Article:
second, more interest and so more people going to vote for the EU parliament is a good thing

third, in the eventuality that strongly anti-EU parties like the UKIP get lots of seats... so? would that be bad? would that be in any form a problem? for whom? the big lobbists? lol

yet how likely is that? you have to understand that EU sentiment in the UK is unique, compared to the other peers. Sadly, Britons are the least informed people in Europe in all things about the EU. That's a fact. An incredible number of Britons still think that "someone wants to impose the EUR on them", or don't know how the EU is set up, or believe the utter bullshit that certain medias like the Telegraph write on the EU. Britain is still the main source of the fabled Euro-Myths, for example. To be frank, many continentals like me would seriously cheer if the UK would have that referendum and leave the EU club. But... that's in the hands of the elected British Parliament, not the EU parliament where the UKIP delegation does not even want to vote on any matter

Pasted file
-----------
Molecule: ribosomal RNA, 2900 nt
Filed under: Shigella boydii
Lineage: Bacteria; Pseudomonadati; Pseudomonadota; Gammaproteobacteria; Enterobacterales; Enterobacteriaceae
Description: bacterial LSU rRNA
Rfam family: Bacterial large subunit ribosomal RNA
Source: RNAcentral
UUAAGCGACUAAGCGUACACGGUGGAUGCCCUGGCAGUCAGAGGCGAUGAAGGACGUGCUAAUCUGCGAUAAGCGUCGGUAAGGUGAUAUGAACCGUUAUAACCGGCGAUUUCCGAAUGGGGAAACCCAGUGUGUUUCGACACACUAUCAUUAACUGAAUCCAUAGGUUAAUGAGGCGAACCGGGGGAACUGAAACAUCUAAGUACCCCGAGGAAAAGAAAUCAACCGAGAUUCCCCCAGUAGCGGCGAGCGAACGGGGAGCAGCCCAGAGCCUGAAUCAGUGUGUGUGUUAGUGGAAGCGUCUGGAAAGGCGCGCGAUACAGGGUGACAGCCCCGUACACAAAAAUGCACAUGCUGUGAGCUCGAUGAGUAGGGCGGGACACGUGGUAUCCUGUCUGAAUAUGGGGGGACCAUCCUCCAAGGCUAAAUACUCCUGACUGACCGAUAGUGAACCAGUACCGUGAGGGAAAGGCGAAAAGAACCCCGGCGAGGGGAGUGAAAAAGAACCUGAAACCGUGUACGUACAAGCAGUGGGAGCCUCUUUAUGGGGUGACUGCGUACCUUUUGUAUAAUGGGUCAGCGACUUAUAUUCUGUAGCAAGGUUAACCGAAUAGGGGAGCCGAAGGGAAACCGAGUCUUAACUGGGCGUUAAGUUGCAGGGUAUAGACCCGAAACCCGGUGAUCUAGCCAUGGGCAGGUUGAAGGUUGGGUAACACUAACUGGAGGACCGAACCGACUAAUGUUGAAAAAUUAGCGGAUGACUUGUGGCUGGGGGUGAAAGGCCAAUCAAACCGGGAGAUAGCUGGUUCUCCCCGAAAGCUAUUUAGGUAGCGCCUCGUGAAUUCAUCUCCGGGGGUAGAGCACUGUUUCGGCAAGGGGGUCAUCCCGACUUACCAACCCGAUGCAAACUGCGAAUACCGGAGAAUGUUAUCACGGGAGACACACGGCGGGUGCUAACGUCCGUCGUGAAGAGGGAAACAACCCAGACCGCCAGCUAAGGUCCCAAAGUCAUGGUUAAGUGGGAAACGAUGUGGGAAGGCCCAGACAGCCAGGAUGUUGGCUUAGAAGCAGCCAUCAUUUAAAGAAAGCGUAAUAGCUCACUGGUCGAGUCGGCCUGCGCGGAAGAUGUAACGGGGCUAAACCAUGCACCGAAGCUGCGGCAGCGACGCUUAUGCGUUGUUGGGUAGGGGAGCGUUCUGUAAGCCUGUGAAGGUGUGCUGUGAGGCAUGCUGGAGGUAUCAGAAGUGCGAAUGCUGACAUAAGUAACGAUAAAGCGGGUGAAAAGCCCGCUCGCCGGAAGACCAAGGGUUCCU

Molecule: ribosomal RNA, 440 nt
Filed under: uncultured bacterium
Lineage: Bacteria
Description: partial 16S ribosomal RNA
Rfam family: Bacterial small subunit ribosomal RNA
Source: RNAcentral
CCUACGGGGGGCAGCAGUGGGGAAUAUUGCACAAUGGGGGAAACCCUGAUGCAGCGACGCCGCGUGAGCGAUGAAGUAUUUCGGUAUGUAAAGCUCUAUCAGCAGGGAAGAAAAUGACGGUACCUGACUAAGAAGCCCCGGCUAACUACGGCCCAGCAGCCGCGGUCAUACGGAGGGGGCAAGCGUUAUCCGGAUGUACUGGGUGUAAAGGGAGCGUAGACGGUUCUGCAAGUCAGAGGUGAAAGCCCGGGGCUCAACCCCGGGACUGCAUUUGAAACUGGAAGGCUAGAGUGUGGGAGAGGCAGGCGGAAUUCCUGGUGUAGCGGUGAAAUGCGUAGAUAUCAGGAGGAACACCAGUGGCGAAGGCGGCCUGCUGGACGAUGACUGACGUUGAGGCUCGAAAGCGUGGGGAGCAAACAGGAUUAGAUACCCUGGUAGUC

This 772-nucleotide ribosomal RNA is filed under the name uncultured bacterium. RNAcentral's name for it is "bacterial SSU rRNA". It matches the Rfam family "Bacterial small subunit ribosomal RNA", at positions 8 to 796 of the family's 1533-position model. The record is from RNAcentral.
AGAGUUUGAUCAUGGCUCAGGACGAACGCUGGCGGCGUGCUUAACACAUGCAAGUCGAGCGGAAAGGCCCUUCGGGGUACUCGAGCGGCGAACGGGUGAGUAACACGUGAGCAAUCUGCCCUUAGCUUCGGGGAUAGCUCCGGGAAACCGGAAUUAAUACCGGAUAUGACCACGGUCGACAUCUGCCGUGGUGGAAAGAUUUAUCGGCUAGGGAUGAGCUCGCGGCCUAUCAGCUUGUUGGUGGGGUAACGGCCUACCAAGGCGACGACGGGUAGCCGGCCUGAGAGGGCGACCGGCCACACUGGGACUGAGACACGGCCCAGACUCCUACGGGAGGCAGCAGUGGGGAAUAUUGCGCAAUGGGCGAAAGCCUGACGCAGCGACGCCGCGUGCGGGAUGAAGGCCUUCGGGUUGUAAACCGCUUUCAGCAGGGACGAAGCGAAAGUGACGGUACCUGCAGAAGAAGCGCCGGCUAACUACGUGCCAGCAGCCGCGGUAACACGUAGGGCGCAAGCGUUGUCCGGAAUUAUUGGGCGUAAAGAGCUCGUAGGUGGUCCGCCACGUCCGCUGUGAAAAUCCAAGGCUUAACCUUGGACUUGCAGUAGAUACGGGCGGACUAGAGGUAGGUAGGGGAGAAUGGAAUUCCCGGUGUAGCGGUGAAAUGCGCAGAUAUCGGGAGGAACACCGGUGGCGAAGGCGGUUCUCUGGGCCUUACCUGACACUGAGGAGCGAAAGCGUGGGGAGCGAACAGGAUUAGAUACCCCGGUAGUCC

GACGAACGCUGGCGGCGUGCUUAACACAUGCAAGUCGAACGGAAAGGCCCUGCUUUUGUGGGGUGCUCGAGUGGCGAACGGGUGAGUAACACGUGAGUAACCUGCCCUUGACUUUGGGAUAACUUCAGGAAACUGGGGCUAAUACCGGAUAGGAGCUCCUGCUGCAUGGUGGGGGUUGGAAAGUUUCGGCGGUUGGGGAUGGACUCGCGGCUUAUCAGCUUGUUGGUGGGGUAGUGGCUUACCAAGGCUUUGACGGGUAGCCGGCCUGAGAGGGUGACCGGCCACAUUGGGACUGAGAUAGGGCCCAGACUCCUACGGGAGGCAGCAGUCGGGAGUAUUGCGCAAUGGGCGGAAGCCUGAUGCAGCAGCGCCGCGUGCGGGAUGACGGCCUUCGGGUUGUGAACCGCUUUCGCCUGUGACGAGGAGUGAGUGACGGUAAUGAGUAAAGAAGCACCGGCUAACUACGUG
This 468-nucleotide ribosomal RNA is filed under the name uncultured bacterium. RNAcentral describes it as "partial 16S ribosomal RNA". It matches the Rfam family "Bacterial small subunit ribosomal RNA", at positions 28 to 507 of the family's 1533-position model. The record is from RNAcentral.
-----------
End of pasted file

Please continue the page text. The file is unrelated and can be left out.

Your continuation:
fourth: the author has a very weak understanding of the EU, well shown in the fact that he conflates the EU with the eurozone. two different clubs, the first of nations, the second of national banks. And you know who pushed for the complete separation of the two clubs? You'll never guess, it's the champion of EU enlargement to the East. The UK government (appointed by a majority in the British parliament, which is elected by the British People)

Thu, 01/30/2014 - 12:19 | 4384256 LaurentDeLyon
LaurentDeLyon's picture

As french , I can tell you that Grant Williams nailed it (once again)

Cheers !